Hardy, deciduous, native shrub or small tree
Description: Pure white, 2-3”, camellia-like blossoms with showy centers (dark purple filaments with bluish anthers) in early summer; leaves are deeply veined and have silky undersides; yellow fall color
Habit: Grows 8-12’ tall and wide; multi-stemmed; flowers on old wood
Culture: Prefers well-drained, acidic, humus-rich soil and partial shade with morning sun
Hardiness: Cold hardy to USDA Zone 7
The Stewartias are a small but valuable genus of ornamentals in the Tea Family and are closely related to Camellias. S. malacodendron, a lovely native species cultivated since 1752, is largely found in the coastal plain from Virginia south to Florida and west to Texas. Madame de Tessé, writing to Jefferson in 1788, requested this species along with a number of other American native plants and seeds; the next day, Jefferson wrote an acquaintance in Virginia asking that the plants and seeds be sent to him in France where he was serving as Minister.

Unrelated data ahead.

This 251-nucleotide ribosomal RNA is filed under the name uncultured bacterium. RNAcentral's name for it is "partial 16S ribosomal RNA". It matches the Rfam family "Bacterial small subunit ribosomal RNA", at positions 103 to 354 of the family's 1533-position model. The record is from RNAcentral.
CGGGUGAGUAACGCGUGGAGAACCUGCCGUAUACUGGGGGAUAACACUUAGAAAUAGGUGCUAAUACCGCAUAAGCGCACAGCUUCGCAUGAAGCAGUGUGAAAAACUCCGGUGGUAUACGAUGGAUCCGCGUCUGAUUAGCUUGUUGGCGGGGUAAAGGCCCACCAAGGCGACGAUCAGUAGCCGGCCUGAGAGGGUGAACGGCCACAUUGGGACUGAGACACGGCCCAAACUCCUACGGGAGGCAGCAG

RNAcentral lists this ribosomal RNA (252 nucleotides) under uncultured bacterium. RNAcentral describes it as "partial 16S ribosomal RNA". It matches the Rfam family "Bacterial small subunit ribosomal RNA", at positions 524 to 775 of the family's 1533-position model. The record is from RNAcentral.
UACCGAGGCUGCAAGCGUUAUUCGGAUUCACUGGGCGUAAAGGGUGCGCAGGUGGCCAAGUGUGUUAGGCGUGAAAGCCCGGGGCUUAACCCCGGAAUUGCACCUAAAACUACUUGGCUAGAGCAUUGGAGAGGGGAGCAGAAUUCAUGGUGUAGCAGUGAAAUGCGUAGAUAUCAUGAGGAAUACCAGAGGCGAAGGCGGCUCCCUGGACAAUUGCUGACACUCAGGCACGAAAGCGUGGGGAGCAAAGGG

Arrives in a 1 gallon pot.